Southwest Airlines is offering reimbursement for passengers flying between December 24, 2022, and January 2, 2023, who incur “reasonable” additional expenses for hotels, rental cars, food, and tickets on other airlines while experiencing significant delays or a canceled flight. “What people don’t know is what’s going to be considered reasonable,” Leff says. “And so there’s a risk that if you buy that last-minute flight on another airline, it’s the only seat that’s available, and it’s $2,000. What is Southwest going to say? Are they going to pay for five nights in a hotel until they could get you where you were trying to get or are they going to pay for three meals a day during that period?” You’ll need to cover the expenses upfront and submit receipts via email. According to a statement from Southwest, requests for reimbursement will be reviewed on a case-by-case basis. The airline does not have a target date by which to issue refunds but said “it will take a little longer than normal given the volume.”
For delays that extend overnight due to controllable issues, many other airlines — including American, Delta, Spirit, Southwest, and United — offer complimentary hotel accommodations, per the DOT Airline Customer Service Dashboard. Many of these airlines offer free transportation to the hotel, too. Again, extreme weather doesn’t fall under the “controllable” reasons an airline would offer these services, but it’s still worth asking.
Passengers dealing with “significant” delays are entitled to a full refund should they choose not to travel. The DOT hasn’t defined what constitutes a “significant” delay, but rather decides on a case-by-case basis taking into account the length of the delay and the length of the flight. Under normal circumstances, refunds would be issued fairly quickly; given the scale of the current disruptions, Leff says it’s difficult to predict when passengers can expect refunds.
For airlines that won’t cover hotel stays and meals, go to the baggage service office in baggage claim and ask about the distressed traveler rate, Leff says. “When the airline is not paying for the hotel, they may have discounts available on hotels through their own negotiated rates, and the hotels provide that discount because they want the business from the airline,” he explains. “So you may get a better rate than if you were booking directly yourself. It’s not a publicly available rate.”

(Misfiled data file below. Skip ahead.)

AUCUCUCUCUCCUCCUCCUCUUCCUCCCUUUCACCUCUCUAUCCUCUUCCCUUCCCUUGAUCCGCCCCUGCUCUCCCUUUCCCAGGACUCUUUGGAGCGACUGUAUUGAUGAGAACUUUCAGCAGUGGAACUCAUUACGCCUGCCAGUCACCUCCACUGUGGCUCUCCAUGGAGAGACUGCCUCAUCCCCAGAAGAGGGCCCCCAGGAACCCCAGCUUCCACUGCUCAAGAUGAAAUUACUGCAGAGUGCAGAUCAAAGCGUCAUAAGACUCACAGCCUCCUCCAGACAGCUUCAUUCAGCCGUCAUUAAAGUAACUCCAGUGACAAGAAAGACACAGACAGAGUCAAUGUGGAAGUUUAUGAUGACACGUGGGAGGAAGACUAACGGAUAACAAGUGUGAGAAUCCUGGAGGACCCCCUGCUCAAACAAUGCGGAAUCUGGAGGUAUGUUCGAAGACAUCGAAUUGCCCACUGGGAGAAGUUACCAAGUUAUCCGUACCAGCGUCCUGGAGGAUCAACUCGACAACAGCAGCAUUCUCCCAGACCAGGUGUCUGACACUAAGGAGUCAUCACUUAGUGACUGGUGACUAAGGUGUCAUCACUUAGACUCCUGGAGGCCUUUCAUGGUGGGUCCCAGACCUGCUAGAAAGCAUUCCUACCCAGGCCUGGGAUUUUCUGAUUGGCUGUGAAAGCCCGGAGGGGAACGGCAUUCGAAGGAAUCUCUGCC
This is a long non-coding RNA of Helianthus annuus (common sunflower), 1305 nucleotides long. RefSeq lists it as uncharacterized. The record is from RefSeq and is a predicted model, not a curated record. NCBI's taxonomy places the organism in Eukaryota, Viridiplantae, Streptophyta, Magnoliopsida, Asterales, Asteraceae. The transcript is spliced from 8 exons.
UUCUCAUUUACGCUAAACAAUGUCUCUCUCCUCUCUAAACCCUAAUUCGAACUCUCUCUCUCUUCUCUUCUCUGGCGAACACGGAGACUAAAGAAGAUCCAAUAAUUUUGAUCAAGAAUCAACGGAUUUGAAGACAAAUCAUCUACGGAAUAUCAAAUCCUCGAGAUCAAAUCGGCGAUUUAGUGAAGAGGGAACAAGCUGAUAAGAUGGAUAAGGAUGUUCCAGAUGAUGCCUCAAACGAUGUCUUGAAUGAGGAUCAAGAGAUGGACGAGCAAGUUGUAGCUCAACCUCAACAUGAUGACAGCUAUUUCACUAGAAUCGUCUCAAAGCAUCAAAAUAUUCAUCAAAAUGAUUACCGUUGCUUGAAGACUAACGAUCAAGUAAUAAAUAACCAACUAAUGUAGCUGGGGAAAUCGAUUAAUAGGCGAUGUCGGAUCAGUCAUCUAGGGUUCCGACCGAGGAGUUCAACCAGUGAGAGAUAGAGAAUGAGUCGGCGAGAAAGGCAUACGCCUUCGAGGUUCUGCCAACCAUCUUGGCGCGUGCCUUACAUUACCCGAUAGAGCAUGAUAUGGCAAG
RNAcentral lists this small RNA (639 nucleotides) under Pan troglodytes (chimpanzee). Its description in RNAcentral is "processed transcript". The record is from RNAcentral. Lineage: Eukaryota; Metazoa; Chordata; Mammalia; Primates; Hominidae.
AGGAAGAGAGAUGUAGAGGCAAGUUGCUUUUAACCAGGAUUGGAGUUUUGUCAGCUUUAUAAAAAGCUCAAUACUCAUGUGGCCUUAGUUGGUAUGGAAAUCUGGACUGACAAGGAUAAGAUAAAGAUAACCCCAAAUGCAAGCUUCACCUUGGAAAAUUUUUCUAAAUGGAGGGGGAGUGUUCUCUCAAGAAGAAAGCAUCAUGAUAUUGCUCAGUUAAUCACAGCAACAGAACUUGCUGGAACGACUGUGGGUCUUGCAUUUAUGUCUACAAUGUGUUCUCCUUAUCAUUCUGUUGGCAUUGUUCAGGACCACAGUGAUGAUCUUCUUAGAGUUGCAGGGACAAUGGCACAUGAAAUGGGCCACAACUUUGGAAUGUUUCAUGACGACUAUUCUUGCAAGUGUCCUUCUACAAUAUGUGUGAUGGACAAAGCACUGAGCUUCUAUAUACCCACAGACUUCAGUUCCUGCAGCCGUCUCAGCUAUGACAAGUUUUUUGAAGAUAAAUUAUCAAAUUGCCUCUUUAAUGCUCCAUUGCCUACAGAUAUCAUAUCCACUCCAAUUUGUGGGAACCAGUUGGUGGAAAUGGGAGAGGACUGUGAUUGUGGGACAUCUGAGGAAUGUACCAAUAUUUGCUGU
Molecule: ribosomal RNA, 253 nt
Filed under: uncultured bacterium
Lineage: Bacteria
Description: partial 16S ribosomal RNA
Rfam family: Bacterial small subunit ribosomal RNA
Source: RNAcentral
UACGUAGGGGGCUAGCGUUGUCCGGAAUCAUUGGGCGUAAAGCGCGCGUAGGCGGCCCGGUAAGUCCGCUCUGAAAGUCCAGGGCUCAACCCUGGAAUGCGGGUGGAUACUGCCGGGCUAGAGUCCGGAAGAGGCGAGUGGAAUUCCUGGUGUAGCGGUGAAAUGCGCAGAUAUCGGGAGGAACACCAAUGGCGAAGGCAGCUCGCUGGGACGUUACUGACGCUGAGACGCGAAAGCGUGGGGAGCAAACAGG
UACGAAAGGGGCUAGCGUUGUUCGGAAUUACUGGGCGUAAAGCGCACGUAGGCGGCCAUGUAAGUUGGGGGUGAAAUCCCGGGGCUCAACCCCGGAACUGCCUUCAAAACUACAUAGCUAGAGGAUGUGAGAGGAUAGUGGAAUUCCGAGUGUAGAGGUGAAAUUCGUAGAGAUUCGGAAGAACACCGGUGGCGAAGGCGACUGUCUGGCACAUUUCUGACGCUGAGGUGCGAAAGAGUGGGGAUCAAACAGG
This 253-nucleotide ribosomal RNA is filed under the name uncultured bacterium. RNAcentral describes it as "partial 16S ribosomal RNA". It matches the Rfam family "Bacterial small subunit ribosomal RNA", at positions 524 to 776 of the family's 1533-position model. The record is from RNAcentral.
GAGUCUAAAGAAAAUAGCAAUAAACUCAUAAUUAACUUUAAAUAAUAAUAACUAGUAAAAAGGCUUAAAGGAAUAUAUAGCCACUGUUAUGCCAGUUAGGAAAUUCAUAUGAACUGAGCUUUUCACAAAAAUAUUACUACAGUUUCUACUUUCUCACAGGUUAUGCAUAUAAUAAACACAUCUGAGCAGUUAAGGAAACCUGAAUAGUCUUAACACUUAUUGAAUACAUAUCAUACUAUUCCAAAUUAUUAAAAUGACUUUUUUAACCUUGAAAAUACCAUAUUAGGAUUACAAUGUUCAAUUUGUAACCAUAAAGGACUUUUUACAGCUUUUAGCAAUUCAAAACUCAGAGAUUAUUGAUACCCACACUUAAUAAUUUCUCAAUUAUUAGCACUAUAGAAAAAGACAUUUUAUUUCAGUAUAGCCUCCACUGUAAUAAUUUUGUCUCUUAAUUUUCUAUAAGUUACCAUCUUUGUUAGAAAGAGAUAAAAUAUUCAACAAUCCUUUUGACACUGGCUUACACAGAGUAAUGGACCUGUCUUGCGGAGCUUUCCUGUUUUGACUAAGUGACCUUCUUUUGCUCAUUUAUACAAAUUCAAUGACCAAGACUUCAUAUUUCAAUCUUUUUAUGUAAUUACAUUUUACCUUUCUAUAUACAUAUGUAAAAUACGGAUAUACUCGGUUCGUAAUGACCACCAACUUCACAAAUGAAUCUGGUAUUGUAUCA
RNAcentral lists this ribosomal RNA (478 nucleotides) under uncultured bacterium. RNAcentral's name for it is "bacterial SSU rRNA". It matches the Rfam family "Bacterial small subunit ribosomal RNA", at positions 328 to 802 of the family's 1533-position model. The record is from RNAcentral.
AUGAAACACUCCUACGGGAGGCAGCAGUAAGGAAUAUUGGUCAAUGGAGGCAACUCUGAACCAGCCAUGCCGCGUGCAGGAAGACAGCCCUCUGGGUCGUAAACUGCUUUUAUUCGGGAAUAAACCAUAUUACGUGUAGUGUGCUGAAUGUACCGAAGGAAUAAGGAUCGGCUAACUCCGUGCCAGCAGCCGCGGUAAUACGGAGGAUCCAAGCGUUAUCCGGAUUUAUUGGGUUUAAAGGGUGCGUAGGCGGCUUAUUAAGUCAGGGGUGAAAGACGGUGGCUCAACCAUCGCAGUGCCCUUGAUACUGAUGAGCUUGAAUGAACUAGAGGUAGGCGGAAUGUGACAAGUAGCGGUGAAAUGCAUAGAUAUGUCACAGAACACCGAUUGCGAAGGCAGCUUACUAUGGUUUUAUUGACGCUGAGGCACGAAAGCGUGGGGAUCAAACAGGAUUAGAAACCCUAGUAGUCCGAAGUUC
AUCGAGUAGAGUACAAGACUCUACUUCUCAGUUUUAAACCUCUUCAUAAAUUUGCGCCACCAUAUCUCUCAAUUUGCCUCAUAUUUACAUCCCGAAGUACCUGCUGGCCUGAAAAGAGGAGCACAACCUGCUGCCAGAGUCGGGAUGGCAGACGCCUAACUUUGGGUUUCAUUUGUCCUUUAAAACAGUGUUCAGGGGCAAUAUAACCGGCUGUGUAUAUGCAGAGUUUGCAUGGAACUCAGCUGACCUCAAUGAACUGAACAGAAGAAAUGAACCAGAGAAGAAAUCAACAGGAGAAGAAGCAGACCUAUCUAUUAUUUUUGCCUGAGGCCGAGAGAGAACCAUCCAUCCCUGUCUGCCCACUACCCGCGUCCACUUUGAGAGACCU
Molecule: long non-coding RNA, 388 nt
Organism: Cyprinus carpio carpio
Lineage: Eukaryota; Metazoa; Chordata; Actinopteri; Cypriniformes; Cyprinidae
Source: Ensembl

My flight was canceled. What now?
Regardless of the reason for cancellation, every passenger is entitled to a full refund should they choose not to rebook.
For delays and cancellations, Leff says the best course of action is to avoid long lines at the airline counter at the airport. “Standing in hours and hours-long lines is probably not going to get you information that’s even going to be useful,” he says. But do exhaust all of your options: Try calling, getting in touch via social media, chatting through the mobile app or with staff at the club level, looking at other flight options on other airlines, or plotting a route via train or bus. “You are best off looking at flight options yourself as though you were buying anew, knowing that with a canceled flight you’ll get your money back, and then you have at least the option to submit to Southwest receipts for some level of reimbursement,” Leff says of passengers dealing with that particular situation.
Just remember the airline staff, on the phone and at the airport, is not responsible for the meltdown and are not the people on whom to unleash your frustrations. Be nice.
I finally landed. Where’s my luggage?
Along with flight disruptions are the mystifying routes of passenger luggage. When your bags don’t make it to your destination, speak with a member of airport staff immediately. They may have paperwork for you to fill out describing the physical attributes of your suitcase and its contents. Hopefully, the airport can locate and deliver your bag to you in a timely manner. (Before you depart, make sure there are no irreplaceable items, like keys, or things you’ll need immediately, like medication, in your checked luggage.)
The most an airline can pay a passenger for permanently lost luggage is $3,800 for domestic flights. Again, airlines may reimburse you for items you needed to purchase while your suitcase was missing, so keep receipts.
Air travel is exponentially more stressful at the moment. Have a plan (and a backup plan), know what expenses airlines will cover, and try to anticipate potential headaches.